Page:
Wednesday, June 22, 2011

Resisting Canada's War Economy at the CANSEC Weapons Bazaar

June 22, 2011 – Two days before the now-former Senate page Brigette DePape spoke the truth about Canada’s political climate—that we need to build resistance outside of the lifeless chambers of Parliament—her message was already being enacted by a group of war resisters who put together a lengthy June 1st civil resistance action at the CANSEC weapons bazaar.
            The protest was not just about CANSEC – Canada’s largest annual weapons fair – but the whole war economy itself. It’s one to which both the majority Tories and the official opposition NDP are devoted, a $23 billion splurge that includes orders of 1,000 new smart bombs at $100,000 apiece. These come complete with the  names of Libyan citizens on the receiving end, under the euphemism of collateral damage. If you are homeless tonight, needing shelter from male violence, on a boil-water alert on a First Nations reserve, awaiting health care, locked out of daycare, or suffering from the other maladies affecting Canada, think of what each of those $100,000 smart bombs could have done if they had been turned into smart funds for social needs.
            That is the choice of an almost unanimous Parliament, and the message came through loud and clear when everyone save Green Party MP Elizabeth May voted to extend the Canadian bombing of the Libyan people (a most convenient focus for a make- work War Dept. that, drawing down its forces in Afghanistan, needs an excuse to keep bringing in the big bucks). People who view the NDP as a traditional voice for peace – a record certainly not borne out by the facts (see, in the same way that Canada’s mythological status as a peacekeeper cannot stand the scrutiny of its own history – may have been surprised to see the official opposition voting to bomb other human beings (with a few caveats thrown in, of course!).  But one can imagine NDP strategists with their eyes on the next election telling their members they must appear to be a “responsible” government in waiting, and idealistic notions like rejecting murder from the air must be discarded. Those are for irrelevant fourth place opposition parties. When you have your eye on eventually getting elected, you have to be prepared to kill with your $23 billion arsenal.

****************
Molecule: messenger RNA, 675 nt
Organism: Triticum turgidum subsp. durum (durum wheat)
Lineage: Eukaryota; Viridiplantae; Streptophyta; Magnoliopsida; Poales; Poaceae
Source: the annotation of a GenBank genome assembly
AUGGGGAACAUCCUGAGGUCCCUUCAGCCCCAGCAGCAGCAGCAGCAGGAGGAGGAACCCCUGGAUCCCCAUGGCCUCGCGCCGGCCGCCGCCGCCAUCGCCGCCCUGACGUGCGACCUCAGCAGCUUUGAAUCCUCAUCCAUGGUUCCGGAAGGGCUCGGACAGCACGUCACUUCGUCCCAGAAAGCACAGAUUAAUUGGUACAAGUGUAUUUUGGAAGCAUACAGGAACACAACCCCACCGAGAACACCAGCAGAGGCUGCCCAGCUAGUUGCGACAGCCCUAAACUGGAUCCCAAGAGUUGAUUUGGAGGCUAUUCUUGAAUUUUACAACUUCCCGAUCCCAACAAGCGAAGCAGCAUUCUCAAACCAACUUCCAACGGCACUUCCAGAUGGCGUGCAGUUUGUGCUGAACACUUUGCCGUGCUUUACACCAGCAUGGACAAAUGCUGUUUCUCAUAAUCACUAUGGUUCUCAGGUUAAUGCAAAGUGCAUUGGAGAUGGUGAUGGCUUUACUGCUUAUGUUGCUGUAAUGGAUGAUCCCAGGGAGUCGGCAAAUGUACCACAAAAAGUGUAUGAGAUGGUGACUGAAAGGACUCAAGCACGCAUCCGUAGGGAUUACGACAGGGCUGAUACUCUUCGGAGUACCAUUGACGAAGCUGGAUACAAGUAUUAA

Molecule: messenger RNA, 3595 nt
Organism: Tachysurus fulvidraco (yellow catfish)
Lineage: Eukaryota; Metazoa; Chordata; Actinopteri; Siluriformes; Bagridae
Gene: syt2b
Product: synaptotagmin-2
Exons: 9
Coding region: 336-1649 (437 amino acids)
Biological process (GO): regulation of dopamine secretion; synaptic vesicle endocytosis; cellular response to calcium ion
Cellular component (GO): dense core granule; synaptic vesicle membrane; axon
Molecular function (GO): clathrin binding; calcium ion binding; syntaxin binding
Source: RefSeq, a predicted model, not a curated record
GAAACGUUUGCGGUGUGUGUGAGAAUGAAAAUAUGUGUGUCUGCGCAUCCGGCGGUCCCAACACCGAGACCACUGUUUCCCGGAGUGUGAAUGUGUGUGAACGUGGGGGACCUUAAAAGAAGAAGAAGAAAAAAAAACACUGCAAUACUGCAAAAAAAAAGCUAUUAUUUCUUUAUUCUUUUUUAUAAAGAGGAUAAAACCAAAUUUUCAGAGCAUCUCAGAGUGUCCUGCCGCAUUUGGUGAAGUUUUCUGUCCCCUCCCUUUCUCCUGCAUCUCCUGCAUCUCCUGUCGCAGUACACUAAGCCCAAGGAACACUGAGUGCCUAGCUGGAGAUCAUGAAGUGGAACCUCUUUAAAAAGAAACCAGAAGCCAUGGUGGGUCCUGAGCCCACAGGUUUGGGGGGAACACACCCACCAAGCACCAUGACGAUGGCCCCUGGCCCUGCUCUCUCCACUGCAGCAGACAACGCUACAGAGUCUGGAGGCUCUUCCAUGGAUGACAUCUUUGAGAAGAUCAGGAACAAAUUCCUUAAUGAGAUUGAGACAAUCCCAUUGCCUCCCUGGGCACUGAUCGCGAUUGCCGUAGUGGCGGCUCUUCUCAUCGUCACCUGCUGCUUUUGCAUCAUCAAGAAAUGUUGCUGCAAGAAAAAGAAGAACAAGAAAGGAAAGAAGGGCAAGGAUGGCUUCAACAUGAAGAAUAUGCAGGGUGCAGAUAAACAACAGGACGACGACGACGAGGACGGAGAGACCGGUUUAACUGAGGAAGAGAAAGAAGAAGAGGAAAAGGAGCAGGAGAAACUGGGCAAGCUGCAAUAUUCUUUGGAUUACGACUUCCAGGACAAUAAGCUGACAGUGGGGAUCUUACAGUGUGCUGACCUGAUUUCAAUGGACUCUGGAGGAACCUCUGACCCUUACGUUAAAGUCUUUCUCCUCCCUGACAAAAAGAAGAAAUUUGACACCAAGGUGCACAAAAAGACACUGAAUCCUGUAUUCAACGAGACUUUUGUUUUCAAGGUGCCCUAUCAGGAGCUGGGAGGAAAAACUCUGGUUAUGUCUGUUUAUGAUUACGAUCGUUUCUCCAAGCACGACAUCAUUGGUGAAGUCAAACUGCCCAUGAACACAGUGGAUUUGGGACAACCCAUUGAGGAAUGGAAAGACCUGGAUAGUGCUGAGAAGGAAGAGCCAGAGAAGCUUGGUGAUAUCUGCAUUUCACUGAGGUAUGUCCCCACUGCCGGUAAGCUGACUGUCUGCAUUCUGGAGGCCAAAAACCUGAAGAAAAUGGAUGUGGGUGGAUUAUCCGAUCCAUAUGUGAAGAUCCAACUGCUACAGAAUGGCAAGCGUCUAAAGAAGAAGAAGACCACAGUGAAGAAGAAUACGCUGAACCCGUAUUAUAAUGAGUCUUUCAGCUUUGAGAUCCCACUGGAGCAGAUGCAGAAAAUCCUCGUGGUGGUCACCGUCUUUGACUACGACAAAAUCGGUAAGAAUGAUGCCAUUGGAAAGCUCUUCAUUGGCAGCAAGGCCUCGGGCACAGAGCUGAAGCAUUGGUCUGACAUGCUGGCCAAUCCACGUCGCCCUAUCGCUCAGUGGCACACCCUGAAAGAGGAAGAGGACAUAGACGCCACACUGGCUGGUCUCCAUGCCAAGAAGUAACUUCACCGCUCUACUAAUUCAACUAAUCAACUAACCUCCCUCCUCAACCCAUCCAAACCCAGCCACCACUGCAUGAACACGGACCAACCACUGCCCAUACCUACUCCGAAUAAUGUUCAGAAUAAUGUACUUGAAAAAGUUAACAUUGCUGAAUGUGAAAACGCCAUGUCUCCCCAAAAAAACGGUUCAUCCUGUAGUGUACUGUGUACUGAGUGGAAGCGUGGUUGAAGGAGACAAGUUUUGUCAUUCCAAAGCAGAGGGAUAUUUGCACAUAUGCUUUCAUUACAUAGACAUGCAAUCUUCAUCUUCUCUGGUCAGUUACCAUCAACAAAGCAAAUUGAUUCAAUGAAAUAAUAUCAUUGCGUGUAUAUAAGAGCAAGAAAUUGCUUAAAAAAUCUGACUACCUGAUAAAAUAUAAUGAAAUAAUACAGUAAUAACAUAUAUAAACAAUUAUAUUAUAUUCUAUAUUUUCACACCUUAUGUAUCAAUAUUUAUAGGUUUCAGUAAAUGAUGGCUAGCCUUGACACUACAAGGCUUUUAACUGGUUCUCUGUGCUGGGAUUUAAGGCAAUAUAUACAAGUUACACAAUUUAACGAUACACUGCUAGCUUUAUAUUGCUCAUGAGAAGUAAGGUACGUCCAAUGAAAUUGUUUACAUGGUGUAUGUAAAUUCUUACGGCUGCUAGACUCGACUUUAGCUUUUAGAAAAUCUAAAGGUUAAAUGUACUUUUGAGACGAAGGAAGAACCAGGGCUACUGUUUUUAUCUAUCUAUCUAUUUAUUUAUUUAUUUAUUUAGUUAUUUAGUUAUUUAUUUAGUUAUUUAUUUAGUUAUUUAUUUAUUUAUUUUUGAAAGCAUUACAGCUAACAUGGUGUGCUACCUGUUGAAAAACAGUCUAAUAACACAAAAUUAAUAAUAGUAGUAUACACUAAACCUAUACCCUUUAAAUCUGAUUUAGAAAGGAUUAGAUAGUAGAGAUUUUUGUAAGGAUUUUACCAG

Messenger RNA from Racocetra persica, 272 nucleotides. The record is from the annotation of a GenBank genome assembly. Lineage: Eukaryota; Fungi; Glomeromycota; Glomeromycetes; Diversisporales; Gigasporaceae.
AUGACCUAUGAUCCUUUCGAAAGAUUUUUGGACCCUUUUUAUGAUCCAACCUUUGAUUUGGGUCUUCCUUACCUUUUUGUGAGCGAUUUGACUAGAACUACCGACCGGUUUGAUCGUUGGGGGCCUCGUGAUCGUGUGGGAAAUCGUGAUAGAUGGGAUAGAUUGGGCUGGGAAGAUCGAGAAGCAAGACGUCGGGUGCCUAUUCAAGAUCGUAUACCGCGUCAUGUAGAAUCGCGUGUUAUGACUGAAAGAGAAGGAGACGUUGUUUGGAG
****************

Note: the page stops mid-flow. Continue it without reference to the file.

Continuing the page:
Arming Your Arsenal
            And that’s where CANSEC comes in. It’s where you go to get the tools for your arsenal; where foreign governments can sample Canadian weapons systems and components; where paranoid border control enthusiasts can find new means of stopping refugees from finding safety and asylum; and where police forces can sample the latest tools of repression. Whether you are a diplomatic staff member of Syria or Libya or a member of the bloated Canadian War Dept., the free pass through the gates is available for you.
            Interestingly, though, Members of Parliament do not have such easy access. Elizabeth May – even though her party’s stand on military spending is slightly less atrocious than the rest – was unable to gain access, something which she later told the rally outside of the weapons bazaar symbolized the manner in which militarism shuts down democracy.